Attempt to integrate with OneDNN

Sunday, November 21, 2021, by artyom ; Posted in: Internals; 0 comments

Intel's OneDNN is great project that provides cudnn/inference/training like tools for Intel's GPU.

Also it is called OneDNN... it should be called IntelDNN since it supports only Intel gpus and cpus.

Bottom line I tried to add OneDNN based convolutions for Intel GPU just to discover that my simple GEMM based convolution works better. Why? Apparently Intel's implementation seems to be optimized for Channel Last format only.

A simple convolution with 3x3 kernel with 64 input and output channels with image dimension of 56 on Intel HD 530 with 400 GFlops capacity gives:

  • 295.6 GFlops for OneDNN's channels last format
  • 144.7 GFlops for dlprimitive's channel first format
  • 33.4(!) GFlops for OneDNN's channels first format.

The problem is that channels first is the most common format used by pytorch, mxnet, caffe and many other tools (including dlprimitives)

Ok... I'll check it later when one of two happens:

  1. They fix channel first performance
  2. I'll support channel last format internally

Pytorch Updates

Tuesday, November 16, 2021, by artyom ; Posted in: Internals; 0 comments

In order to improve the progress I started validating all pretrained torchvision models one by one. I found several features I needed to implement but what is more important I found several critical bugs I could fix.

At this point following networks are validated against CPU version in both forward and backward propagation:

  • alexnet
  • resnet18
  • resnet50
  • vgg16
  • densenet161
  • googlenet
  • squeezenet1_0
  • inception_v3 (fwd only - backward fails on cuda/cpu)
  • shufflenet_v2_x1_0
  • mobilenet_v2
  • mobilenet_v3_large
  • mobilenet_v3_small (fwd only - same failure on bwd on cuda)
  • resnext50_32x4d
  • wide_resnet50_2
  • mnasnet1_0
  • efficientnet_b0
  • efficientnet_b4
  • regnet_y_400mf

To be continued...

Update Nov 17, 2021: I implemneted ceil rounding pooling mode, thus googlenet and squeezenet1_0 now pass validation

Pointwise Broadcast Reduce

Tuesday, November 16, 2021, by artyom ; Posted in: Internals; 0 comments

Lots of deep learning operations can be implemented as simple element-by-element operations over different tensors with numpy broadcasting and reduction afterwards. For example:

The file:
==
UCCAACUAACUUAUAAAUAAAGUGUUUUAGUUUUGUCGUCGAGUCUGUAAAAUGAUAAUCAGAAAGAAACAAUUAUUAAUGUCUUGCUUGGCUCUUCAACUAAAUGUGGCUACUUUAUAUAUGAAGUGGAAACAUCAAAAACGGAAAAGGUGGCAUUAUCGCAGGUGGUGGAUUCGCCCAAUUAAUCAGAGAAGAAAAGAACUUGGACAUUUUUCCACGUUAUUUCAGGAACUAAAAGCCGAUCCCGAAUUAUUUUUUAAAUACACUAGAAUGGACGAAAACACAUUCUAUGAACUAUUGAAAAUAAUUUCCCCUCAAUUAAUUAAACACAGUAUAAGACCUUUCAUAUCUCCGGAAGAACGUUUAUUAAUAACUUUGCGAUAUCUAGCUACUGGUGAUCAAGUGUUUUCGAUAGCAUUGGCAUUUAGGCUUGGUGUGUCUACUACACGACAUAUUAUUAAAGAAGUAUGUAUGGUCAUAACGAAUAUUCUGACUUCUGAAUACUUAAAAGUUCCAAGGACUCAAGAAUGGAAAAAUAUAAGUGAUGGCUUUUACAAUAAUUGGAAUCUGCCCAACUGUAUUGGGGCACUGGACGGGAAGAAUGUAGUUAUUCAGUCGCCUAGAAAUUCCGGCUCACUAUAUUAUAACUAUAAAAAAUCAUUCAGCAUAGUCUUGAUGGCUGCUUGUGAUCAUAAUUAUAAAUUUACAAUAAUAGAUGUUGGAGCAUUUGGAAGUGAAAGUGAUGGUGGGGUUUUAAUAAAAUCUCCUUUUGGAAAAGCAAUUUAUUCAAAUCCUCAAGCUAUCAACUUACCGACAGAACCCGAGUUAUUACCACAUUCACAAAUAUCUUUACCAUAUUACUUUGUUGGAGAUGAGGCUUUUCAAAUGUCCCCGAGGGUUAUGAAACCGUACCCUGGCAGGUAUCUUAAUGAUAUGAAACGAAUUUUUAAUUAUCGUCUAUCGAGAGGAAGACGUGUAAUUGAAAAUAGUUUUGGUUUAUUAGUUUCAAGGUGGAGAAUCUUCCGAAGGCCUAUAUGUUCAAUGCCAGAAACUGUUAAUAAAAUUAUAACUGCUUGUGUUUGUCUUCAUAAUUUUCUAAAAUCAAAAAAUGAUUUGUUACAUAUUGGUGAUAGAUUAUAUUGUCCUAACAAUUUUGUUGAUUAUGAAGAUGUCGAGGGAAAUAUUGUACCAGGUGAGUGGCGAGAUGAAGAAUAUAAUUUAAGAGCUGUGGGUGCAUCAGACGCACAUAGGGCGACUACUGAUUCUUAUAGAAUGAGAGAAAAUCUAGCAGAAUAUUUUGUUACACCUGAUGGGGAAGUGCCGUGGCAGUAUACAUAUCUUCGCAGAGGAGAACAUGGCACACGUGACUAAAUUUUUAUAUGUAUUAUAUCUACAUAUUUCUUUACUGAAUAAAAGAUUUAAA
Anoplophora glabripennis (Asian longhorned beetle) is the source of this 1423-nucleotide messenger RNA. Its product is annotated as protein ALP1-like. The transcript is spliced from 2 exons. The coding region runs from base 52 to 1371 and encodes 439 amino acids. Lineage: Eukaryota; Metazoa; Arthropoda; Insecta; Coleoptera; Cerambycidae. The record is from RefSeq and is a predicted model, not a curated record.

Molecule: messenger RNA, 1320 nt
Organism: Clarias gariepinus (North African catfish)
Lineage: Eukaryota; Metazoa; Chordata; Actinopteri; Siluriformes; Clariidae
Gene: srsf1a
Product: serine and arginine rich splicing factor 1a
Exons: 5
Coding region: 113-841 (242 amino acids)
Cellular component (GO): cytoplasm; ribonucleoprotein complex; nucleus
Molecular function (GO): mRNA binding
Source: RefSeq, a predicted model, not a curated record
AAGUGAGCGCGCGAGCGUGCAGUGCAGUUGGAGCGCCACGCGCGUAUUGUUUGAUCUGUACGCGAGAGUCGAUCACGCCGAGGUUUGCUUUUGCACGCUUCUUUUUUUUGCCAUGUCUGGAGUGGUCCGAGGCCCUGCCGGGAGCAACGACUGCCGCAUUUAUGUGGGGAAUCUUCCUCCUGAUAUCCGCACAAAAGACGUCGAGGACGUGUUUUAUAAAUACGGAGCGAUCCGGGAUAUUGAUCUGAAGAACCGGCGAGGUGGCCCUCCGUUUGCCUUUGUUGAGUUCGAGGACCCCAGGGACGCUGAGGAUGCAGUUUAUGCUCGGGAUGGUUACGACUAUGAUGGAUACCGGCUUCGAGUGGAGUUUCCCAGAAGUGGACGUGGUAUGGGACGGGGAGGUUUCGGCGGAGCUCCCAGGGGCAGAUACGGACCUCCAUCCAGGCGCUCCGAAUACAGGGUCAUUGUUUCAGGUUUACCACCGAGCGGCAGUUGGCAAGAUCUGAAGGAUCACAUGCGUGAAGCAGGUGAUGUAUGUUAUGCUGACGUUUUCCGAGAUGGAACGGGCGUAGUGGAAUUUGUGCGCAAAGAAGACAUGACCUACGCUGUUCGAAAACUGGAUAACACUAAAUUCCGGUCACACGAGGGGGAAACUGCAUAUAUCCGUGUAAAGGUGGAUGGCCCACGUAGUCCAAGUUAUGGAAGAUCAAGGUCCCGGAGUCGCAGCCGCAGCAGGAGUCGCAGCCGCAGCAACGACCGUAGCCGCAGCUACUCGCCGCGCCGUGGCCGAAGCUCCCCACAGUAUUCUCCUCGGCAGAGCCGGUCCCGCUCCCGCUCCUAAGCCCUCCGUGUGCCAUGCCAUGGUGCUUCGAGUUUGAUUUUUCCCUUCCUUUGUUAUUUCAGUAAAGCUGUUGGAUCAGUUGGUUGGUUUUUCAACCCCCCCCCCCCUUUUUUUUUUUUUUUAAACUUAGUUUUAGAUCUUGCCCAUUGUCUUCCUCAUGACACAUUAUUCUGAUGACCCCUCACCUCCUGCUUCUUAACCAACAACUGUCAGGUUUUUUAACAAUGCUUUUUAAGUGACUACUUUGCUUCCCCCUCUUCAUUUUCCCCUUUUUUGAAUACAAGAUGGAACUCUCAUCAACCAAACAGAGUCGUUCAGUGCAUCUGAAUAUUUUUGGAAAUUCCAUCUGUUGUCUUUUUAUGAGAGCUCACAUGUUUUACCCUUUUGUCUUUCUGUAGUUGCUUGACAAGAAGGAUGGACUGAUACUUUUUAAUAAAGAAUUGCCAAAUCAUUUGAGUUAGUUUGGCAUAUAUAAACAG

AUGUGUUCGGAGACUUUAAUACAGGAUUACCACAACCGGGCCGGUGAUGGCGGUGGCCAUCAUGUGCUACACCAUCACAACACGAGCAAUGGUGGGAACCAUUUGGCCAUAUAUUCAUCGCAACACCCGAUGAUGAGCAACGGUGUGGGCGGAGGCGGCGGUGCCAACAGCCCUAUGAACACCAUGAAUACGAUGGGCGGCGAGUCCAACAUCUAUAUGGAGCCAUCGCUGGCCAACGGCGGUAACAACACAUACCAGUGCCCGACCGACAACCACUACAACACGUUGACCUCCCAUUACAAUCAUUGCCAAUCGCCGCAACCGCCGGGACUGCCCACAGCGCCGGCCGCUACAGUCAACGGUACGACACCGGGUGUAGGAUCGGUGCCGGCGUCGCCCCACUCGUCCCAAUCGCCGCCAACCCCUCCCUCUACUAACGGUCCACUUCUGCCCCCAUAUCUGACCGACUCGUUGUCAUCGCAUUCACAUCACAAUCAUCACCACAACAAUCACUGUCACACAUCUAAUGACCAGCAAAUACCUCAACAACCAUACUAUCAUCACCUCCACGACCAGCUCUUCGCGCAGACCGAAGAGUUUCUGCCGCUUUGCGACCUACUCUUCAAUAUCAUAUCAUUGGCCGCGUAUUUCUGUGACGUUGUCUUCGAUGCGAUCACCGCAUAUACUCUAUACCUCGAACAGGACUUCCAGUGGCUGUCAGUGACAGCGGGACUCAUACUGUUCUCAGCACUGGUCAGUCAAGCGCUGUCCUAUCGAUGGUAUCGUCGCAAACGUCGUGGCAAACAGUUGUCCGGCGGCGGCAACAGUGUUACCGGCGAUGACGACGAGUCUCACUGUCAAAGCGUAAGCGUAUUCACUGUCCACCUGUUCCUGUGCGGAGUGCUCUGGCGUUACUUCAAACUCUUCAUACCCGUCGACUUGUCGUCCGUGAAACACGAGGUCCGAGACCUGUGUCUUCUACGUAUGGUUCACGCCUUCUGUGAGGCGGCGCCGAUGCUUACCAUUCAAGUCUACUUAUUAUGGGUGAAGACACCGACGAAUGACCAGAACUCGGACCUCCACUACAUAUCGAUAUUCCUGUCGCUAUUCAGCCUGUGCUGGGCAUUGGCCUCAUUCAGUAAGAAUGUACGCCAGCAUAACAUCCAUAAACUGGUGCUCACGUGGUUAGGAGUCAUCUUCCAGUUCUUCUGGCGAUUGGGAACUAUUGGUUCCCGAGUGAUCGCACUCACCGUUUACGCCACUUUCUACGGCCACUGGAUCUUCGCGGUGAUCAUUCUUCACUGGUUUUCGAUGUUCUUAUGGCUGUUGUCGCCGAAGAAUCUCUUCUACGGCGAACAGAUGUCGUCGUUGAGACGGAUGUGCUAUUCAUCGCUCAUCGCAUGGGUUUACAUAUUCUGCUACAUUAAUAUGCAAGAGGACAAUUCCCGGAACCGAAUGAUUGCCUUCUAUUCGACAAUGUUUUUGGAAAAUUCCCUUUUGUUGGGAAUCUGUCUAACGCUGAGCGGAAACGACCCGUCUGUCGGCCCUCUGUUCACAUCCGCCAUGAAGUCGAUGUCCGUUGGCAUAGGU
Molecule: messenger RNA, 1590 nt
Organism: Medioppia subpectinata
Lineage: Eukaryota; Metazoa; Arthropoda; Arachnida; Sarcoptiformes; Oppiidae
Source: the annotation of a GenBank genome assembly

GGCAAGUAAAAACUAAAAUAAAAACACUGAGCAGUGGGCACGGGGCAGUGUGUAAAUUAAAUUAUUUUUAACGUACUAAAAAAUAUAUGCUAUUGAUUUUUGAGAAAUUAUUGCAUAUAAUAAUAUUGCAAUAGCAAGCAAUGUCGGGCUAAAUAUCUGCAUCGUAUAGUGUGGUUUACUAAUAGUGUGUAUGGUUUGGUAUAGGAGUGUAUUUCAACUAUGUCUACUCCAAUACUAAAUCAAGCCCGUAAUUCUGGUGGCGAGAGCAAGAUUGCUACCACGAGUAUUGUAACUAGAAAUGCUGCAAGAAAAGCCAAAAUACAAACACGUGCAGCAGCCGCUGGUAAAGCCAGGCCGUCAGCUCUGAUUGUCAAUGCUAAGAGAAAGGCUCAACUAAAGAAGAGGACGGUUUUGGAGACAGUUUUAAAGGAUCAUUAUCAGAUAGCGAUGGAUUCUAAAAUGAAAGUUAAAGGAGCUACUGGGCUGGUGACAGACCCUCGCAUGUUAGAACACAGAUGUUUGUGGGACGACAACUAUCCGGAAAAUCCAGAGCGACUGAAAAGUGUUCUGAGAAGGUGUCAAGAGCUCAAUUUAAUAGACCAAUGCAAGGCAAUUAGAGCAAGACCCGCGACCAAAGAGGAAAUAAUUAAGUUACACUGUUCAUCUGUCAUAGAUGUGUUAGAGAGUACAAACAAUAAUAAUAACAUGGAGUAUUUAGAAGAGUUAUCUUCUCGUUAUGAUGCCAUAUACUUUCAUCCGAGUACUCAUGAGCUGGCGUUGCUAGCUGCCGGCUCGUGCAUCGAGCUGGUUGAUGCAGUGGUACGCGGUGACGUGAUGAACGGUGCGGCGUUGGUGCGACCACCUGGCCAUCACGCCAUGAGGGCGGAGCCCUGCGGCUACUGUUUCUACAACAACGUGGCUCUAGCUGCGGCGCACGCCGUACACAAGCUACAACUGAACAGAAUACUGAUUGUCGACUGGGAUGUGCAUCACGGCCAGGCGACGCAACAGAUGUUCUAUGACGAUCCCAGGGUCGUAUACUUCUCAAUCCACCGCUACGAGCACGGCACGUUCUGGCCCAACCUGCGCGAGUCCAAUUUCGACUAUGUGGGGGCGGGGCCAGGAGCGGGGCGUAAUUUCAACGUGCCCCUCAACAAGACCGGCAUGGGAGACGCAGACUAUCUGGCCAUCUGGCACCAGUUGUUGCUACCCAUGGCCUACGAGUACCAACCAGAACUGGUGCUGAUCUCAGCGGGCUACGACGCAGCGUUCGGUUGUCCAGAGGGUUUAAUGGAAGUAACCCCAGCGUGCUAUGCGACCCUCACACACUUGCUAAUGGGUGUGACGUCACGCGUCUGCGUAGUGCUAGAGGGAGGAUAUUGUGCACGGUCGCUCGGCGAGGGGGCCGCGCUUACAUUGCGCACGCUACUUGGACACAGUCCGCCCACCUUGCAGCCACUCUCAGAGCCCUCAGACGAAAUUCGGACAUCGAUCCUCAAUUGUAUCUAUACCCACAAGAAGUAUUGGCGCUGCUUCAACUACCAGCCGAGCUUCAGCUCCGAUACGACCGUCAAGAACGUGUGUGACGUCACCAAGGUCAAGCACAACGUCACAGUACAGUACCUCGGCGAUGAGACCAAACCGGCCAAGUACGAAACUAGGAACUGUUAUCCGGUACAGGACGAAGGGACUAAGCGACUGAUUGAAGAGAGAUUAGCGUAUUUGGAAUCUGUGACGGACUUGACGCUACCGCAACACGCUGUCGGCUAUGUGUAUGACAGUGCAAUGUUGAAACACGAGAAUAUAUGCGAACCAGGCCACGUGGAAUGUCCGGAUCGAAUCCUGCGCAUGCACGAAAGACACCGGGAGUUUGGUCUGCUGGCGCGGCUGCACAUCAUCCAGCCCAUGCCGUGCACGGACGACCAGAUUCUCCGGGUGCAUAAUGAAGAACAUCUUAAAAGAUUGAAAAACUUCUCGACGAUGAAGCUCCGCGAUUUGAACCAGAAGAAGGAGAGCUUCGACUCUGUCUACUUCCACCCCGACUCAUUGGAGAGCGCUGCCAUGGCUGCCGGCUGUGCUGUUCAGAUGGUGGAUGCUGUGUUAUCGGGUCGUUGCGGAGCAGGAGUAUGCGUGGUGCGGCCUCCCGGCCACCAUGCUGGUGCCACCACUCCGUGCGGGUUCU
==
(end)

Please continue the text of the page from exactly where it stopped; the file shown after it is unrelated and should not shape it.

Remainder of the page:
Adding Bias [C] to [B,C,H,W] image is can be seen in numpy as:

 x + bias.reshape((C,1,1))

Gradient of bias can be calculated as:


That is simple reduction operations. Calculation of mean and variance in batch normalisation requires calculation of x and x*x over all dims but C.

Observing this I implemented a broadcast/reduce templates API to simplify development.

The idea is following:

  • You provide input tensors and scalar parameters
  • You define the operation need to performed on each operand
  • You provide reduction operation

The OpenCL kernel code is auto-generated for you. For example calculations of x and x*x sums over all dims but channels would look like:

    auto op = dlprim::core::PointwiseOperationBroadcastReduce::create(
                "y0=x0; y1=x0*x0;", // operations
                "reduce_y0 = 0; reduce_y1 = 0", // reduce init
                "reduce_y0 += y0; reduce_y1 += y1"

So - 1st output is just x - sum and second is x*x - sum. So if you provide X in shape of [B,C,H,W] and Xsum, X2sum in shape [C,1,1] that is broadcast-able to X you'll get the sums you need without writing custom reduction code of manually writing kernels.

This vastly simplified writing multiple operators especially ones that are expected to support numpy style broadcasting in pytorch.

Pytorch Training Benchrmarks

Tuesday, October 26, 2021, by artyom ; Posted in: Benchmarks; 0 comments

I managed to train some networks in pytorch with opencl/dlprimitives backend and the result is promising.